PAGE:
This worldview is one of the main sources for vile hate that determines that trans* people are freaks as opposed to people, that tells everyone other than straight, white, heterosexuals they are not due respect.  It is a worldview that, very often in the name of them being persecuted, seeks to put a boot on the neck of any religion and/or philosophies outside of theirs. It is the set of theologies, ethics, and beliefs that razed Native American peoples and perpetuates untold violence upon their communities, that oppresses indigenous people of all kinds all over the worlds today, and that makes people turn on their own children, such as LGBTQI kids who are thrown onto the streets or threatened with violence, or the victims who are accused of being ‘child witches’. It is a worldview in which women are often looked upon as chattel, and violence against them is earned. This worldview is one that perpetuates violence against women and all Pagans where and when they are given a choice, desiring our submission to their God, and destruction where we will not bow.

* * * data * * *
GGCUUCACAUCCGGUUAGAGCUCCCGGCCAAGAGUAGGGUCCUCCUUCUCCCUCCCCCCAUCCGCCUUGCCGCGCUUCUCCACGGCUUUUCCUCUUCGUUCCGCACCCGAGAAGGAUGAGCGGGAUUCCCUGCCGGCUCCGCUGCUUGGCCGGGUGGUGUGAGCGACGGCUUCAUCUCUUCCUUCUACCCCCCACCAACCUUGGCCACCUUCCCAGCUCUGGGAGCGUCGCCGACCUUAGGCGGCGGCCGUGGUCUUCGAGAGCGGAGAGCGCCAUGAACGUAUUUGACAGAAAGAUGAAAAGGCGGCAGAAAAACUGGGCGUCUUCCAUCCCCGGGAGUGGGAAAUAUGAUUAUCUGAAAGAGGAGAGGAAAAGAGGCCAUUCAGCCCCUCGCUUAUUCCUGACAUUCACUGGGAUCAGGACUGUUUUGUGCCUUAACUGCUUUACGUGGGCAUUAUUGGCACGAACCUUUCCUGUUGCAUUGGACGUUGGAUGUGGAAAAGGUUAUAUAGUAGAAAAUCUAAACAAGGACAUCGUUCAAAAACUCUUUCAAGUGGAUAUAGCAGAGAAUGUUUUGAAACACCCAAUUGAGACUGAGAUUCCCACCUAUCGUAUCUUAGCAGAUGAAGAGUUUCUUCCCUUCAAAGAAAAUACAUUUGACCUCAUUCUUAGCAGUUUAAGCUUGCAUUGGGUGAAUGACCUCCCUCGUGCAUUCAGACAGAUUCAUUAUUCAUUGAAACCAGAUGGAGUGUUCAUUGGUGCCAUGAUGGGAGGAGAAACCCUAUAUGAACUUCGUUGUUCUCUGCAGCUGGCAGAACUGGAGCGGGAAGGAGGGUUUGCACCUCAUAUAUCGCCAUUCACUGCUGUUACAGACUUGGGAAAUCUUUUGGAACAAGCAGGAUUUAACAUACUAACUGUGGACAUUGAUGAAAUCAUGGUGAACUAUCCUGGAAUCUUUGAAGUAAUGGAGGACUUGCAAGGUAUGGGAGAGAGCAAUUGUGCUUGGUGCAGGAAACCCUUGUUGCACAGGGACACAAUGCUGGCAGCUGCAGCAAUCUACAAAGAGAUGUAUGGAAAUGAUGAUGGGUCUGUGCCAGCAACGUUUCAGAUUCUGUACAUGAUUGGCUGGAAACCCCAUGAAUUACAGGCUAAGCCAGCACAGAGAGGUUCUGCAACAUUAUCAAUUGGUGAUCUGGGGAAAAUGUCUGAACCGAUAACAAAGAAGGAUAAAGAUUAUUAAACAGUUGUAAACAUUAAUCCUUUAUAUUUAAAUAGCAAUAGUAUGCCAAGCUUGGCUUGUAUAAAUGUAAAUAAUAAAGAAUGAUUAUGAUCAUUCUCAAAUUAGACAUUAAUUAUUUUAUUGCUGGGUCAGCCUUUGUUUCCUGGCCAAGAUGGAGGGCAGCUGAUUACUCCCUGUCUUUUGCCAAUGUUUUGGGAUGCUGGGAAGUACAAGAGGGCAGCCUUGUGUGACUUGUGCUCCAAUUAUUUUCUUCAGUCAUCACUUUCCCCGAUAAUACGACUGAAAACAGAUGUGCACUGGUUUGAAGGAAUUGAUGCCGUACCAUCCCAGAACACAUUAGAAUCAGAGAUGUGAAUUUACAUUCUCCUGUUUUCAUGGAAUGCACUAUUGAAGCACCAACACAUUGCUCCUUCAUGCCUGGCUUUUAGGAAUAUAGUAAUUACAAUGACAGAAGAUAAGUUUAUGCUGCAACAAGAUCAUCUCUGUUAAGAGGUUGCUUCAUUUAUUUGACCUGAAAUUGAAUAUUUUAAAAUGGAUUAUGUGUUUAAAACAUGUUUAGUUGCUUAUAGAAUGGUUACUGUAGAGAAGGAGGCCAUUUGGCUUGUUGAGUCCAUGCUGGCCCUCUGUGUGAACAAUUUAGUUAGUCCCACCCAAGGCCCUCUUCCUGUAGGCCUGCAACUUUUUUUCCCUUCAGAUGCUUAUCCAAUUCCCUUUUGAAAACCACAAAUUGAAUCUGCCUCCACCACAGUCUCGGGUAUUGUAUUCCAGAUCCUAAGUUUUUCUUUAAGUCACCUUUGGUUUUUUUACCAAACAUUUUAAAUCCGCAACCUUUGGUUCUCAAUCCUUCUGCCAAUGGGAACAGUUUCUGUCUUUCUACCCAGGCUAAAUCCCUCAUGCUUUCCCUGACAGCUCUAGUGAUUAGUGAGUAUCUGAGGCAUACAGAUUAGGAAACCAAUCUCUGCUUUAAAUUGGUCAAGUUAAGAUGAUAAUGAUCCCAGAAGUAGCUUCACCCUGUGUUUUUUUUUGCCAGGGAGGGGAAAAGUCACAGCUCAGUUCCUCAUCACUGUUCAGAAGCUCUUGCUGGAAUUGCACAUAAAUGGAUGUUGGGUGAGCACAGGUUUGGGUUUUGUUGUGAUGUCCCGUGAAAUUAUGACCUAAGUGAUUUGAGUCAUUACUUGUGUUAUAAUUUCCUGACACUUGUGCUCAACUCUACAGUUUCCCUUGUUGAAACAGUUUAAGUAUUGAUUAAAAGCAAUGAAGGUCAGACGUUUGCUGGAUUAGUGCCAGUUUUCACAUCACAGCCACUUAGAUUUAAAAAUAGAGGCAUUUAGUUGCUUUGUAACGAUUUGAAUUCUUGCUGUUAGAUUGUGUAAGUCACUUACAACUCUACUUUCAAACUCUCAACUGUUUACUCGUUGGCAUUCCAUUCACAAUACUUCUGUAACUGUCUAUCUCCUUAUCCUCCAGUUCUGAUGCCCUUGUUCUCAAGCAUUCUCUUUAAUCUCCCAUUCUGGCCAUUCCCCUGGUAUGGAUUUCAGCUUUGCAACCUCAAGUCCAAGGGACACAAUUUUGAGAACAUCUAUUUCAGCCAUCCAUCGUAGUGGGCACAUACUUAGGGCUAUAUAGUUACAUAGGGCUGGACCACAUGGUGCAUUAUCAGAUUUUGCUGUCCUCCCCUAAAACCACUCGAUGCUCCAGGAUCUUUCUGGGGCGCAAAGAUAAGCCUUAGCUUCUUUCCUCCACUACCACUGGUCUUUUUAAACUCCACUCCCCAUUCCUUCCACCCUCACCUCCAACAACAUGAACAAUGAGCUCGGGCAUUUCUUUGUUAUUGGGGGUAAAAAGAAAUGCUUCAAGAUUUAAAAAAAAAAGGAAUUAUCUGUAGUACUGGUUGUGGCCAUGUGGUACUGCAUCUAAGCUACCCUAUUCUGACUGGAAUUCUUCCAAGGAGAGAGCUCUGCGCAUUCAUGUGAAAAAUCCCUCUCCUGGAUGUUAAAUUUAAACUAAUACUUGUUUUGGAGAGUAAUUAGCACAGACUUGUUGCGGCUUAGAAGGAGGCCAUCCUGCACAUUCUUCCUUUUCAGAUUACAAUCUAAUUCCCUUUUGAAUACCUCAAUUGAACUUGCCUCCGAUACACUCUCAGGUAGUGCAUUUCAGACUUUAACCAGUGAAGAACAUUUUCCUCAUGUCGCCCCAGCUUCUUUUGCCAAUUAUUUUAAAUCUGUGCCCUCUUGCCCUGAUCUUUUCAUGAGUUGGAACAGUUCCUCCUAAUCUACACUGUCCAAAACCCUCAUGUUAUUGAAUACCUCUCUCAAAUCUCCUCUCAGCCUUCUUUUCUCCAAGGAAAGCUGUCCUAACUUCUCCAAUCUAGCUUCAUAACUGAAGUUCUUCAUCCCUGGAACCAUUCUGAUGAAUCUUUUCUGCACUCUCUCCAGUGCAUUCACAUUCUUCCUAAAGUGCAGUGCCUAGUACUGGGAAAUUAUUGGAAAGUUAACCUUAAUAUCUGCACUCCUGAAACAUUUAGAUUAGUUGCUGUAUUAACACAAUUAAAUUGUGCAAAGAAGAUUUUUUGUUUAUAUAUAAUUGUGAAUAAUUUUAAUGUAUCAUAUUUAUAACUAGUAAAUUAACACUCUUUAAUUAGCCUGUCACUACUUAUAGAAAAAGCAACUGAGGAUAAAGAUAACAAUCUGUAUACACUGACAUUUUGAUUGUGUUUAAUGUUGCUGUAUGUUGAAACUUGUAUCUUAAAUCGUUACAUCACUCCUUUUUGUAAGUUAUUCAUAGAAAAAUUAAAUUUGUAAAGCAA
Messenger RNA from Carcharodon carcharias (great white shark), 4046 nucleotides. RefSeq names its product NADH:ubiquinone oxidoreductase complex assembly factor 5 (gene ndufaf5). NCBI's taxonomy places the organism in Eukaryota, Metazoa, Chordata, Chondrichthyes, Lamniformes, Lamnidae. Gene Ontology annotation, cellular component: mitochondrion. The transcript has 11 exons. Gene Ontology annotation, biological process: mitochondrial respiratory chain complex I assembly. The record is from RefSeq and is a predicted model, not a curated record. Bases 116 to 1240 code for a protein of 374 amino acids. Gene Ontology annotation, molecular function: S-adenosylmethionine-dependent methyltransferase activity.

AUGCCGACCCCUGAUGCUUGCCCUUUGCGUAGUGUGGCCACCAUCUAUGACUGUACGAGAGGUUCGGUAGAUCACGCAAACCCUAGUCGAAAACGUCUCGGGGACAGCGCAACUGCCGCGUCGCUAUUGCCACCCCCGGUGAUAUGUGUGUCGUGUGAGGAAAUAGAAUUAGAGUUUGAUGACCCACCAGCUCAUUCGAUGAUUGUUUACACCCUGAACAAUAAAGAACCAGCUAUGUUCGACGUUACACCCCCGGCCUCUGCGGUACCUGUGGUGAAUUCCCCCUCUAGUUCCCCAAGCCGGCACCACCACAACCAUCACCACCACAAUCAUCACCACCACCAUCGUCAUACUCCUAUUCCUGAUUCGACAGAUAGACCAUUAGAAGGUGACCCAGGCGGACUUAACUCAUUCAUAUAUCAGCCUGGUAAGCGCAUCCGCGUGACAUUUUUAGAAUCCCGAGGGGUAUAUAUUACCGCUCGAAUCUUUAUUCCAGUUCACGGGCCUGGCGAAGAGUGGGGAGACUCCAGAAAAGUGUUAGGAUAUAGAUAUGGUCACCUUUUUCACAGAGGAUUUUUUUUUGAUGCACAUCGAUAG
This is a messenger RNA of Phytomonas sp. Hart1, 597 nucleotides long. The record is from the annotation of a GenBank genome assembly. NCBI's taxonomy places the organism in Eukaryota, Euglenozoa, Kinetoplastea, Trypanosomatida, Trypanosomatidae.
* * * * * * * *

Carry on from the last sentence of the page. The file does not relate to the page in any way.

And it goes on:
That, that is what you are asking to help raise your children and mold their worldview when you do not raise your children in the religion. You are having them to strap a monotheist, specifically WASP filter onto their lives and walk around as if it is normal to have their soul wounded, eyes clouded, ears muffled, and their voices choked.

For those who profess that those who raise our children in our religious traditions are being imprinting or presumptuous for our children: it is my job as a parent to be presumptuous of what would be good for my child. It is my job as a parent to imprint proper behavior, as well as worldview, throughout their lives until they come of age at the least. To do otherwise is to give over that responsibility to another person and/or entity.